CNOOC Group Ltd, China's largest offshore oil and gas developer, announced on Wednesday that its semi-submersible drilling rig Nanhai Jiu Hao completed the first deep-water exploration well in the South China Sea.


Nanhai Jiu Hao became the second deep-water drilling rig after CNOOC 981, which shows that China now has the technology and equipment to carry out large-scale oil and gas exploration in deep-water areas, said the company.


The well, Lingshui 25-1-1, is located in the Qiongdongnan Basin with a depth of 3,930 meters, according to the company. More work needs to be done to verify the well's resources.


Huang Benhui, who works on Nanhai Jiu Hao, said the South China Sea is notorious for tough operating conditions, but the rig has advanced features that will allow it to cope with the bad weather.


The rig has already drilled six exploration wells in the South China Sea, he said.


China Oilfield Services Ltd, owned by CNOOC, is the operator of the rig. The company manages 43 drilling platforms, two accommodation platforms and four modularized drilling rigs.


Yuan Xiaosong, deputy general manager of COSL's drilling segment, said that more than 20 drilling platforms are working in China. The rest are operating at the company's overseas projects.


"Nanhai Jiu Hao will boost the country's offshore oil and gas exploration by teaming up with CNOOC 981 to work in different sea areas at the same time, which can improve the efficiency of the country's offshore oil and gas drilling," Yuan said.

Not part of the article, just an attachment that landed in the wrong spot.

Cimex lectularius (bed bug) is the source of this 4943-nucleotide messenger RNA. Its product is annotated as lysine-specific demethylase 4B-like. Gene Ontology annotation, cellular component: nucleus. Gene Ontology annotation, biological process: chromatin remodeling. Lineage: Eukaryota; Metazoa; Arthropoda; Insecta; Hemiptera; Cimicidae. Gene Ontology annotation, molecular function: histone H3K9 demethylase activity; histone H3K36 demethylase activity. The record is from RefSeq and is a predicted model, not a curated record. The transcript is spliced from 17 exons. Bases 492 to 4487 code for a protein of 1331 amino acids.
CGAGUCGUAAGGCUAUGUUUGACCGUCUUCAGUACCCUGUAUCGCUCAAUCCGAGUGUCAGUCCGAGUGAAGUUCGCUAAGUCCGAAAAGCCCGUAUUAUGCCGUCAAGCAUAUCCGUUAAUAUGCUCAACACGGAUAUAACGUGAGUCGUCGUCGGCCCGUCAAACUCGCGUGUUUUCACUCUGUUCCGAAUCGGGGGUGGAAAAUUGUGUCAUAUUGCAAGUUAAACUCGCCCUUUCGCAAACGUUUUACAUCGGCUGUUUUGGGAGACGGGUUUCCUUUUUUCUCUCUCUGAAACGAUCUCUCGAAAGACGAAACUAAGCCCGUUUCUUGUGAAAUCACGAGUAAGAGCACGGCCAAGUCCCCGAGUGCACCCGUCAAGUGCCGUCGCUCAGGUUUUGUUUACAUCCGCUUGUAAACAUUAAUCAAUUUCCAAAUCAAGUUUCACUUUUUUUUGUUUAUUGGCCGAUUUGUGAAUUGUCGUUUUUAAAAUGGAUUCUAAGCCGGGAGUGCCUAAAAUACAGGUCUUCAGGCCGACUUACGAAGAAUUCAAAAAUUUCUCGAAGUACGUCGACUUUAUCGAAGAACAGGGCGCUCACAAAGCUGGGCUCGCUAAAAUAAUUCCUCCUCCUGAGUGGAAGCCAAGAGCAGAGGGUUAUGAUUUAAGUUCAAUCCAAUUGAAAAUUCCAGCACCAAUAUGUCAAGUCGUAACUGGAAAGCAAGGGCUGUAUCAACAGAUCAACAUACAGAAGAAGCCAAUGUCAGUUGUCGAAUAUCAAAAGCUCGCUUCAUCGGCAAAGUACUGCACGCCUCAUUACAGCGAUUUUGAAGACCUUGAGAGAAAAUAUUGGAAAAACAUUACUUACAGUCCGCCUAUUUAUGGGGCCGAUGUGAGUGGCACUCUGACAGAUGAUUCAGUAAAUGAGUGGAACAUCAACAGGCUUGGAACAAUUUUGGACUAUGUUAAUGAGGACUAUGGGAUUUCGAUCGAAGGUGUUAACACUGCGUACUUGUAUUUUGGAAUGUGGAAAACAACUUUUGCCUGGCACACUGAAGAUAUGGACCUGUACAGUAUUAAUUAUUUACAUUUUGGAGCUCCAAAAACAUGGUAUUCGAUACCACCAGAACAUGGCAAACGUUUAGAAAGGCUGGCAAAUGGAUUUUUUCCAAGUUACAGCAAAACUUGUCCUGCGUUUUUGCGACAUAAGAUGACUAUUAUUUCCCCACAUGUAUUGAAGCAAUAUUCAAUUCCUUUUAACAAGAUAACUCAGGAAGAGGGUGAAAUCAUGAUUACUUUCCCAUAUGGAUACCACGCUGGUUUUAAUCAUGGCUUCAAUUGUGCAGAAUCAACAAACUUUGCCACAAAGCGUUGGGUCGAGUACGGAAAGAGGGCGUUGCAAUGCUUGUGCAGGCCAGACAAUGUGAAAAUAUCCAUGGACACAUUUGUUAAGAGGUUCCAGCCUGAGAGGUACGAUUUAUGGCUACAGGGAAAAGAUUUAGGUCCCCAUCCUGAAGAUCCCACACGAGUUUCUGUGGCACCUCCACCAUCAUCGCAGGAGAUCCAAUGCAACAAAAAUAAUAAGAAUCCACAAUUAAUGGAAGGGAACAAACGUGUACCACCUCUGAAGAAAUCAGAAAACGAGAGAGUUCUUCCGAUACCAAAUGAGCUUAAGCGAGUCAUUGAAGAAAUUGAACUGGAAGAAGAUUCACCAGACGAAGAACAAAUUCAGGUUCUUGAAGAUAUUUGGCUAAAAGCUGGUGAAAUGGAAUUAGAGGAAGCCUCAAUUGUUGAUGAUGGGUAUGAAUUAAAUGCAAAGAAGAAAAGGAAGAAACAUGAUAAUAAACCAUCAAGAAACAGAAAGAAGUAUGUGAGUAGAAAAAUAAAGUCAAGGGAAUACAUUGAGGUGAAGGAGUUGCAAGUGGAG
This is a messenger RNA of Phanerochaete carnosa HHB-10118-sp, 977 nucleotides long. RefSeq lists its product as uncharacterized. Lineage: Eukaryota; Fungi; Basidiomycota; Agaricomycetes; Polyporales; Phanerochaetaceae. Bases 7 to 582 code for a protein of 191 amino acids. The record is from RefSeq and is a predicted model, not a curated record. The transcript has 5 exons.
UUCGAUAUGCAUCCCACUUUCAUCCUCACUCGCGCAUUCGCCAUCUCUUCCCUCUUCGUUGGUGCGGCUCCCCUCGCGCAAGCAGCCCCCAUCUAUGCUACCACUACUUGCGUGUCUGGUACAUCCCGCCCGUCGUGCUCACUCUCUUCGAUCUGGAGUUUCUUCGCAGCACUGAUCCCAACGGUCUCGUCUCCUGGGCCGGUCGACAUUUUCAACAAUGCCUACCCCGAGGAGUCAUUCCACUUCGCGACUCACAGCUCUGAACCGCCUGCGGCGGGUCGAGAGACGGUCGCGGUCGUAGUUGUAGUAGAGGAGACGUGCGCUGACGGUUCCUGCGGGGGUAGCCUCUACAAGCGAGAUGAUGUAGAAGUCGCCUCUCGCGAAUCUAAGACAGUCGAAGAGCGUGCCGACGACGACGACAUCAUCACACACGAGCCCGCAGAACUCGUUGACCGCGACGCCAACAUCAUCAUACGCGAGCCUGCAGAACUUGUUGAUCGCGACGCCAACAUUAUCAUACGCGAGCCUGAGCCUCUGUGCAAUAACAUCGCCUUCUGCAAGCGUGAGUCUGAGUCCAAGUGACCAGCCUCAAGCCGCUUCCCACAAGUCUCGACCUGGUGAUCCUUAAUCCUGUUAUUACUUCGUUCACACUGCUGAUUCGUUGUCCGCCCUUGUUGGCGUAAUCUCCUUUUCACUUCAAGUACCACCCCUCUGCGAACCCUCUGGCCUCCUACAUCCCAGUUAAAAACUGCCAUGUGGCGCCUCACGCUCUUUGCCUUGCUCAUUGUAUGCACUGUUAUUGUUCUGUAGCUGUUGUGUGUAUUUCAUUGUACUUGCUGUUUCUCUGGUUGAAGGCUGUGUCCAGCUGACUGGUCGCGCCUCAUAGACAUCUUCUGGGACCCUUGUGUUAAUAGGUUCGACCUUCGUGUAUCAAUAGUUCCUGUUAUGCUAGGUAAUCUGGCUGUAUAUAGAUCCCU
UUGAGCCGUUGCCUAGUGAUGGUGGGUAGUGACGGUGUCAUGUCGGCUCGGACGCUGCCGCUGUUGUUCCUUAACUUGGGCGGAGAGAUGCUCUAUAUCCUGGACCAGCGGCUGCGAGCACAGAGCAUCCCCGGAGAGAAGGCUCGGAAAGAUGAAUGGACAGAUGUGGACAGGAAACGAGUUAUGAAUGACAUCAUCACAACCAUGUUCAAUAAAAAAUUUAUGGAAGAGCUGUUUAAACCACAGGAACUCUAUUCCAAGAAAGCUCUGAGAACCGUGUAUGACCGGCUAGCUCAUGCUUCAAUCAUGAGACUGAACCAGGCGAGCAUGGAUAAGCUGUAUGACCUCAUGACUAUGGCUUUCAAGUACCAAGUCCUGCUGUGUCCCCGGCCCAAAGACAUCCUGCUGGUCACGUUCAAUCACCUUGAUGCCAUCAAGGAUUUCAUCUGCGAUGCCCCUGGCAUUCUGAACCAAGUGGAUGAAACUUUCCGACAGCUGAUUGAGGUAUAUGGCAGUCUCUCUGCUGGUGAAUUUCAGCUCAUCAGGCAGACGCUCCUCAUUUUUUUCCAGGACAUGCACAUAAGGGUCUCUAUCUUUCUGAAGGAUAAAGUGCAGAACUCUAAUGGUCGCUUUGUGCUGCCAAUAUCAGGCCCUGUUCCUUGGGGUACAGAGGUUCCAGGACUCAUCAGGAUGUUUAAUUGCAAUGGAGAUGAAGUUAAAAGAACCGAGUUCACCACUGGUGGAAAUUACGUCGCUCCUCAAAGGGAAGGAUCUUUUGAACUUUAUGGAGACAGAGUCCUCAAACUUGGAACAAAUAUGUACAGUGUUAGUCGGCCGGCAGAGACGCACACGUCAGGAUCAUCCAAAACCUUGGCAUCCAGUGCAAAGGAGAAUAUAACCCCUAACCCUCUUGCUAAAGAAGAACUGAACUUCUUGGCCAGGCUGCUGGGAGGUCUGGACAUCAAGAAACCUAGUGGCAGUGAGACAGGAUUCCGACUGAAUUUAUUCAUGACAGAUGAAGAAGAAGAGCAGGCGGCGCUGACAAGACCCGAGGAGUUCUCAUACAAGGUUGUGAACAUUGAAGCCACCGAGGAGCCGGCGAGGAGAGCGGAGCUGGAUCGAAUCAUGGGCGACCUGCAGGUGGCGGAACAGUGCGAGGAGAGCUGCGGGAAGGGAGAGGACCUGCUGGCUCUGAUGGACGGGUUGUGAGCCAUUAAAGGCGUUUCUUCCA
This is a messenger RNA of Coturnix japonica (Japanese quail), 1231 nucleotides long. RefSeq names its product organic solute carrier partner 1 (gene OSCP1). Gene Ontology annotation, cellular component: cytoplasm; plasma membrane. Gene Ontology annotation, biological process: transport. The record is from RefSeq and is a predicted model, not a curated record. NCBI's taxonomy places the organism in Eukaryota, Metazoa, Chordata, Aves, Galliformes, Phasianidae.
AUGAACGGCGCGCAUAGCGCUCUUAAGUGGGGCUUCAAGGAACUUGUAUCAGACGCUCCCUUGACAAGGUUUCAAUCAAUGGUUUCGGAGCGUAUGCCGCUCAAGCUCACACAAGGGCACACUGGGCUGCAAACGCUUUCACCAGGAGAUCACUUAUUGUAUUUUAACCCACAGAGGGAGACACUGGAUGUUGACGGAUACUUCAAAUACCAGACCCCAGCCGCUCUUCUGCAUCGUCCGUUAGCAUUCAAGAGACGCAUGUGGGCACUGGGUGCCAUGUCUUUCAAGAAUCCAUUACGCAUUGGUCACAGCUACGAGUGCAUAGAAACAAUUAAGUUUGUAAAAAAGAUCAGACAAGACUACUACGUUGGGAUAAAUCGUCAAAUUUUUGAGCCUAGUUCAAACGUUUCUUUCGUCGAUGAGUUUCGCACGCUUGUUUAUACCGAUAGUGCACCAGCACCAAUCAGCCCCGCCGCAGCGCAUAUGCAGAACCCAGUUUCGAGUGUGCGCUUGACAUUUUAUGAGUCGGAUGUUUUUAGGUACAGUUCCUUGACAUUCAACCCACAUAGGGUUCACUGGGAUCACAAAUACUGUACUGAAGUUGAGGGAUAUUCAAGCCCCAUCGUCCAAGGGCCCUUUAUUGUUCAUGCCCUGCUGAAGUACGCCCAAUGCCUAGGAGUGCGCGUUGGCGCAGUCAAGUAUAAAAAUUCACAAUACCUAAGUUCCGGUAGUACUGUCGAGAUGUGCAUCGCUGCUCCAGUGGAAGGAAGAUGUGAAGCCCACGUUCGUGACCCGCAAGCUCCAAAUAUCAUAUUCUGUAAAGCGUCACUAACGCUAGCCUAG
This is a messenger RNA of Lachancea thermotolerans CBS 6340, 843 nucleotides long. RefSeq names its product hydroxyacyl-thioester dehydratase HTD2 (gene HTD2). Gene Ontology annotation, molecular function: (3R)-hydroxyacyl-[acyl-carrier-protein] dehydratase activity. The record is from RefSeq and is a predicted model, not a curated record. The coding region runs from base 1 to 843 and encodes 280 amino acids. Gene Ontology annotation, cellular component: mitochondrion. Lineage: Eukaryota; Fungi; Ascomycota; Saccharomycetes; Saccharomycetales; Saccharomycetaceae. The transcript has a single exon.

CNOOC 981, the largest and first deep-water drilling rig in China, can function in depths of about 3,000 m, though it is usually used at depths of 800 to 1,500 m. The best choice for deeper projects is Nanhai Jiu Hao, which is more cost-efficient than CNOOC 981, Yuan said. Nanhai Jiu Hao's maximum operational depth is 1,524 m.


"Nanhai Jiu Hao will keep working in the South China Sea for domestic operations. It may also be used overseas if there is a need," he said.


According to CNOOC, the rig has been used in Norway and western Africa. It is 99 m long, 88 m wide and 116 m high.


In September, CNOOC 981 reported its first deep-water gasfield discovery – the Lingshui 17-2 field below the South China Sea and 150 km south of Hainan Island.


SOURCE: China Daily


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